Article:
There's nothing spooky about GAZI GHOST. The frequent A.CHAL collaborator operates on the same blissed-out plane as the Peruvian-born singer. The pair's "Gazi" collective serves as a place, a state of mind, an all-encompassing worldview (being a "Latin beach boy in Malibu," as CHAL once put it). So far that has seen him expanding into clothing (@ropagaz), developing the GAZI aesthetic (@cityofgaz) and popping up in a campaign for GUESS Originals x A$AP Rocky. With all that going on what's left to change about the planet? "Today is all about money and power," he says. "I would take both of those things out of the spectrum." Welcome to GAZI – it's a brave new world. Text Matthew Whitehouse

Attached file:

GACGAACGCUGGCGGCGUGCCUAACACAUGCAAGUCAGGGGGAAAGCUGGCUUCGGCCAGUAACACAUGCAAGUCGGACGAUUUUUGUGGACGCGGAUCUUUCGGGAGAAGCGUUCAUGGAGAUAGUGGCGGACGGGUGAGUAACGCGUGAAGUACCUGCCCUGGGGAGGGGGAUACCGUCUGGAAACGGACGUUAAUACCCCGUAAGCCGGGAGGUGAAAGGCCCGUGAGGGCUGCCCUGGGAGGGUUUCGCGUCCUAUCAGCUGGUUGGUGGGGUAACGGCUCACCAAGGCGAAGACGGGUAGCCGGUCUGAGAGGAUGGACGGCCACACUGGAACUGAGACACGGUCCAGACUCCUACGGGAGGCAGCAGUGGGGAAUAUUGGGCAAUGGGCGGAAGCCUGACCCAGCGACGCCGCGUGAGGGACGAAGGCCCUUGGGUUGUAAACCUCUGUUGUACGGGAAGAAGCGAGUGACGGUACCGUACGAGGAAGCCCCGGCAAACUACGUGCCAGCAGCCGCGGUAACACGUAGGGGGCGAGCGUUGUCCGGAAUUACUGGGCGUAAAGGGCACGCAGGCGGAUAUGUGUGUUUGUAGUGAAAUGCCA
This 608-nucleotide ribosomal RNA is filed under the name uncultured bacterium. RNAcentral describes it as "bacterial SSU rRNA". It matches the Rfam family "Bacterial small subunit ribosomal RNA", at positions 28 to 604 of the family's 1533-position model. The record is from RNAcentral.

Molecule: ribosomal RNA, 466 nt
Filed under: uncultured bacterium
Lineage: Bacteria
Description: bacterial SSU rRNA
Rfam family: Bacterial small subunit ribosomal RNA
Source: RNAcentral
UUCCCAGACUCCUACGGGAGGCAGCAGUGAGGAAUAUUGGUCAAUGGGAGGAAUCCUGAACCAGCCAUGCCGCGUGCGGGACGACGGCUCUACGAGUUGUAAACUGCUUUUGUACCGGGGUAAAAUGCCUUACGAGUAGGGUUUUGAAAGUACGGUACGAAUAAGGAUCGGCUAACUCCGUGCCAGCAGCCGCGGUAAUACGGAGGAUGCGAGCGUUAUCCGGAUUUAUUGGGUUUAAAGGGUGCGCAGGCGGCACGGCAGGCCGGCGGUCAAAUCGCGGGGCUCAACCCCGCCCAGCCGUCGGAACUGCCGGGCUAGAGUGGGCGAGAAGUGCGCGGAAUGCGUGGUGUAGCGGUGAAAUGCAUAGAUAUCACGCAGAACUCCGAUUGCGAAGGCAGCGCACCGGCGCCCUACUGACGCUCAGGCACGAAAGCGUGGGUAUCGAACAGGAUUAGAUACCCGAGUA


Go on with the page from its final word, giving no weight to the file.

Steve Lacy
18-year-old Steve Lacy doesn't need much in life: an iPhone 7, an iRig, a microphone, a little funk, a touch of jazz and he's good to go. Teaming new-gen tech with old-fashioned talent, Lacy has already racked up an impressive CV. There's his own 13-minute Soundcloud debut, Steve Lacy's Demo. For Kendrick's DAMN., he created the spectral "PRIDE," and in 2014, he joined The Internet for their third album Ego Death and promptly helped the LA collective grab a Grammy nomination. From joining the school jazz band at 14 to (nearly) winning prestigious awards at 17, Steve's effortlessly esoteric soulful sounds are a thing of both wonder and joy. We can only guess to what heights the clearly capable Lacy will soon soar. Text Hattie Collins

Vince Staples